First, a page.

If you are doing anything with wood, water matters – ignore it at your peril. Wood contains a lot of water. The relationship between water and wood is complex. Some basics:
- In the growing tree, the amount of water varies by location in the stem and by season. But there is always a lot of it.
- Remember that wood is made up of several types of cells. Water in a tree is located primarily in two places: inside the cells of wood (“free water”) and in the cell walls that separate one cell from another (“bound water”). Free water is easy to remove from a piece of wood; bound water is held in a more complex way.
- At any point in time, water is not held uniformly within a log or piece of lumber. Atmospheric conditions will affect the ends and the exterior of a log or board more and sooner than the center. Water to be removed from the center must move first toward the ends and the outside surface.
- Wood is “hygroscopic” – it takes up and can retain moisture from the air. This is a dynamic process and the amount of water in a piece of wood will vary as relative humidity changes. Even in service when seemingly stable, wood remains hygroscopic. Think of that window or door that sticks in July, but not in January. At any point in time, wood can reach an equilibrium state where it is neither gaining nor losing water – this is determined by the relative humidity in the immediate environment.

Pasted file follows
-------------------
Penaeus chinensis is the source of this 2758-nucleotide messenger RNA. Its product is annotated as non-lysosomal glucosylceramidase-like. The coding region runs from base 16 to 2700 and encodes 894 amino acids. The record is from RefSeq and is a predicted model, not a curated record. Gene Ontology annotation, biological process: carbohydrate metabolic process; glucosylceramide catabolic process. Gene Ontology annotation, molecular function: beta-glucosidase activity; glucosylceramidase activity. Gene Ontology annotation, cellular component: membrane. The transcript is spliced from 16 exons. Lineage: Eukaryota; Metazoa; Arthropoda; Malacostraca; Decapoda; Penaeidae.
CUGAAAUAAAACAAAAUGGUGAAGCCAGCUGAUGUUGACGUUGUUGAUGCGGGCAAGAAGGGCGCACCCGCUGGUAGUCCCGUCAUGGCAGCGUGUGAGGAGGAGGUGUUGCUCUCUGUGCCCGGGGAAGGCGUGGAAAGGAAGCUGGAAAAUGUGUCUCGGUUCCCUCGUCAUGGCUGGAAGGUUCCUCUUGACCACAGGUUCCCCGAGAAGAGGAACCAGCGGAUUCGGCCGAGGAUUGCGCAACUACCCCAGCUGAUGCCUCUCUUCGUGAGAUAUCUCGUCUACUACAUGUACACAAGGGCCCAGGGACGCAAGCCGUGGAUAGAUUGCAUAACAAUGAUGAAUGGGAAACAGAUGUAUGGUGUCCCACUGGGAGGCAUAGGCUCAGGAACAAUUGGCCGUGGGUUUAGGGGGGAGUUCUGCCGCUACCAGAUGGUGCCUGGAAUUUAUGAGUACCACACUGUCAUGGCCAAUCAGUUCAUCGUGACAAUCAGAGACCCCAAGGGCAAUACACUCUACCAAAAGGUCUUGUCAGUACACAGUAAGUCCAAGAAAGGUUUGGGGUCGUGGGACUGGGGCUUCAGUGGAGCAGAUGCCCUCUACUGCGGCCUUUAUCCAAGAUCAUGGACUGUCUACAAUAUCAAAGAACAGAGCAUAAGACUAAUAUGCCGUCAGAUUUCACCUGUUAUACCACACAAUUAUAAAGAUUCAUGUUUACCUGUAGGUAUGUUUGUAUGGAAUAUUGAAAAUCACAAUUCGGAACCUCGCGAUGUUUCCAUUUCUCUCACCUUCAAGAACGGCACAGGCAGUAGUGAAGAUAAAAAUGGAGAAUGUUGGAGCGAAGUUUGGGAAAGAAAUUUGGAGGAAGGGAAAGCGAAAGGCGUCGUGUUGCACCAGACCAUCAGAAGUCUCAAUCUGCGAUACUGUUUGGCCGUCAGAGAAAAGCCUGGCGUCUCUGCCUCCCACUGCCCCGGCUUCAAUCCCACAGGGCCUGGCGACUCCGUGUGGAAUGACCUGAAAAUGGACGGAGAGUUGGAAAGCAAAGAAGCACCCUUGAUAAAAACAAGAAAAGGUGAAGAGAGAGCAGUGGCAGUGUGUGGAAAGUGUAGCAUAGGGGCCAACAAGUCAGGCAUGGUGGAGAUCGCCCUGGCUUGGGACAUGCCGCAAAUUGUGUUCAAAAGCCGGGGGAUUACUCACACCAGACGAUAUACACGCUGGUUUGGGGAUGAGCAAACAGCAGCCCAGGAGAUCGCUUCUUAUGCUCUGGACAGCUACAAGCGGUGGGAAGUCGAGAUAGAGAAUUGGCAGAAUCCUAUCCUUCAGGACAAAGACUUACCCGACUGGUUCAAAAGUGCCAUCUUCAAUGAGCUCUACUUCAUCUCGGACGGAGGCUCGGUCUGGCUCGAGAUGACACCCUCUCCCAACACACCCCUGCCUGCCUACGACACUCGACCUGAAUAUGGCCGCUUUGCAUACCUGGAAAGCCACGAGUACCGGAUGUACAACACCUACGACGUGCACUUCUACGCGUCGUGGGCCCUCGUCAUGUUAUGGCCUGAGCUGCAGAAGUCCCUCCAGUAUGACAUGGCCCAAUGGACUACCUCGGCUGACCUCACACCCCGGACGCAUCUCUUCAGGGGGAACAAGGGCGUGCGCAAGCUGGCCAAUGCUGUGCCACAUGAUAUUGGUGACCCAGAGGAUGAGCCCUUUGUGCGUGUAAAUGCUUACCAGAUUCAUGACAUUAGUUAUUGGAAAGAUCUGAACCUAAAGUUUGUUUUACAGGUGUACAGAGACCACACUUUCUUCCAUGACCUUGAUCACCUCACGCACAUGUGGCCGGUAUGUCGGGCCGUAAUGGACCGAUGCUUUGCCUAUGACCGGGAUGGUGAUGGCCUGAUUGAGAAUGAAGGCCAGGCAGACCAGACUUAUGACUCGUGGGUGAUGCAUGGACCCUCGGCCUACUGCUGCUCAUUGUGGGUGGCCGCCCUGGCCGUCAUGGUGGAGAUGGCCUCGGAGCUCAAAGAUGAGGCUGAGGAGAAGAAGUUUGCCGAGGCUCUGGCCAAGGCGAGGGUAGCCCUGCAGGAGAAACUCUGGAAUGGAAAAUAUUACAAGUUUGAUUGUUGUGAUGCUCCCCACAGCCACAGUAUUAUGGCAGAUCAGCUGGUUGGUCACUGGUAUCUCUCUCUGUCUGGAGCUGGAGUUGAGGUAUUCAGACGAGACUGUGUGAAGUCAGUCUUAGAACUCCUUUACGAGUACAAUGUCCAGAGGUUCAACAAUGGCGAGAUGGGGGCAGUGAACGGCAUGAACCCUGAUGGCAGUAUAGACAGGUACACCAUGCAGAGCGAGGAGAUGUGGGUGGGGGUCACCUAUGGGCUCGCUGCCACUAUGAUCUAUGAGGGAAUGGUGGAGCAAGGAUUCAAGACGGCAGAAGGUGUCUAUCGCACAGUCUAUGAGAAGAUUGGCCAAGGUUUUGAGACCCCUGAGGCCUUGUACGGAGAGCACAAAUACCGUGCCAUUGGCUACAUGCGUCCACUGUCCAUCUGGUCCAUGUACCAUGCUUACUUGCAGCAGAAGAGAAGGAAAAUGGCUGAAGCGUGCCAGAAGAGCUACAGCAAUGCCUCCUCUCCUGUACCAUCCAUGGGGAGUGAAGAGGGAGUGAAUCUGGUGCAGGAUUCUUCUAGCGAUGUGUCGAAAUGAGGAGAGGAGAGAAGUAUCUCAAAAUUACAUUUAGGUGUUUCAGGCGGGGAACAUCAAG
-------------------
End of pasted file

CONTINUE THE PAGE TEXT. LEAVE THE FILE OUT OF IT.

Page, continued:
- Wood changes in dimension when bound water is removed. Wood does not dry at the same rate along its various dimensions: longitudinal, tangential (parallel to growth rings), and radial (perpendicular to growth rings). For some uses of wood (e.g., firewood), we don’t care about the “checking” that results from uncontrolled drying. However, for higher end uses, such as furniture, flooring, and cabinetry, drying has to be controlled to produce a stable in-service result.
- The log cross-section below shows the effect of location on the drying stresses that need to be controlled. Note how the shape of the original board can change as it dries, due to the position in the log and the relationship to the growth rings (parallel or perpendicular).
- Much of the lumber that is used in places like the Four Star Brewery is dried in a kiln to control the rate of drying and the resulting stresses and shrinkage. There are several types of kilns (conventional, dehumidification, vacuum, and others) but the principles of drying remain the same. Air circulation, humidity control, and temperature are the key variables. Water has to be removed from the wood at a controlled rate to achieve the target moisture level without stressing the wood to the point of warping, checking, cupping, or causing other problems which will degrade and devalue the wood. The recipe or sequence of drying steps (“kiln schedule”) varies according to species, board thickness, and final moisture content. Vacuum kilns, such as the one used to dry Four Star’s wood, are pretty uncommon. They are quite expensive to buy, but are able to dry small quantities of valuable and specially sized wood, very quickly and with high quality results. The basic principle of a vacuum kiln is to lower the boiling point of water by creating a vacuum in the drying vessel. This often means that wood can be dried in days, rather than weeks or even months.